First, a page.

Safe+Fair Eyes New Look To Accompany Category Expansion

When Skeeter Snacks launched in 2013 to serve people with food allergies, it had just four SKUs. Having rebranded as The Safe+Fair Food Co. in 2017, the company has since expanded to 10 times that number.

Along the way, its consumer base has broadened beyond those who suffer from food sensitivities to anyone who can relate to ingredient transparency and what the company believes is fair pricing.

Safe+Fair’s website offers snacks and baking mixes that are devoid of the most common food allergens—peanuts, tree nuts, milk, egg, wheat, soy, fish, shellfish and sesame—and cater to gluten-free, vegan and kosher diets. Three percent of Safe+Fair profits are donated to the Sean N. Parker for Allergy and Asthma Research at Stanford University.

In this interview, CEO Will Holsworth—who has a background in beverages at PepsiAmericas and MuscleMilk—talks about the company’s category expansion plans and an imminent packaging redesign. 

CPG FYI: Food allergies don’t seem to get a lot of media attention. Have they become less of an issue?

Holsworth: It’s a bit surprising there’s not more coverage. There’s about 32 million people in the U.S. who have food allergies, and that number is growing at about 20% a year. It’s an unbelievably difficult affliction if you have it. And it’s binary, so you either have it or you don’t. There’s really not stages of it. 

CPG FYI: Back in 2016 when you joined Skeeter, what was your impression of allergy-free foods?

Holsworth: When I started looking at this space, what I saw was three things: They’re expensive, they look weird and taste lousy. Most of the time, it’s a combination of all three.

I could not believe that people were charging what they were charging for the privilege of having food that keeps children safe.

When I talked to the two founders [of Skeeter] what I said was, let’s make food that’s safe for the millions of people who desperately need it and fairly priced for them and for everybody else.

CPG FYI: How would you describe the target audience for your products?

Holsworth: Our target audience is far beyond just food-allergic people. I would say about 80% of our consumers don’t identify as food-allergic. They are young families who want great food for their kids and for themselves. We’ve done a good job of connecting with a fairly loyal group of consumers. Our ecommerce business is up about 2,000% year over year and our overall business is up over 200%.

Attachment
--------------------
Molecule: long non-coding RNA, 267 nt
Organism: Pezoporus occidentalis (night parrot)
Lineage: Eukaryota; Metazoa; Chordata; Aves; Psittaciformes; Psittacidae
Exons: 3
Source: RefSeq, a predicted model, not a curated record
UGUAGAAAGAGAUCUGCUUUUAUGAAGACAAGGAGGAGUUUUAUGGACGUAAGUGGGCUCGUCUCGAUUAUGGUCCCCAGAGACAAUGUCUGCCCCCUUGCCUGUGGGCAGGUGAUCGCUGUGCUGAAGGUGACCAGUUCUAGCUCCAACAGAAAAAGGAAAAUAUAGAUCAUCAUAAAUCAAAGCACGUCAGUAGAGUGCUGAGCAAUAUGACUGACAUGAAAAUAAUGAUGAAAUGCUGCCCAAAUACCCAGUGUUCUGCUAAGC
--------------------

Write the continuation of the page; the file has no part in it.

CPG FYI: What types of advertising media have driven your growth?

Holsworth: We have 82,000 followers on Instagram. That’s our primary vehicle of communication. We launched a TikTok channel and have a Facebook page, but we don’t spend as much time on them.

We also have 90 brand ambassadors—women on Instagram who are in tune to food and taste and family. We don’t spend anything on a macro-marketing sense.

CPG FYI: What are your near-term plans for new categories and retail distribution?

Holsworth: We now make granola, drizzled popcorn, mixes, cookies, popcorn quinoa chips and pea protein chips and will be in three more categories by the end of the first quarter of next year. We’ve been in six regions of Costco and all 225 Super Targets, 1,200 Krogers and 2,700 Walmarts. We will be in a national C-store chain very shortly.

CPG FYI: What’s behind the upcoming visual changes to your packaging?

Holsworth: We needed a packaging alchemy that allows us to be in several categories—which is difficult. There’s a reason there’s not a Crest toothpaste detergent. It’s hard to get consumers to trust a brand across a myriad of categories, but we feel like we have a good chance to do that. 

For a food idea to be actually be a great idea, it has to be something that can be democratized. That means pricing has to be correct, it needs to be understandable and it needs to taste really good. That’s kind of the path we’ve gone down.

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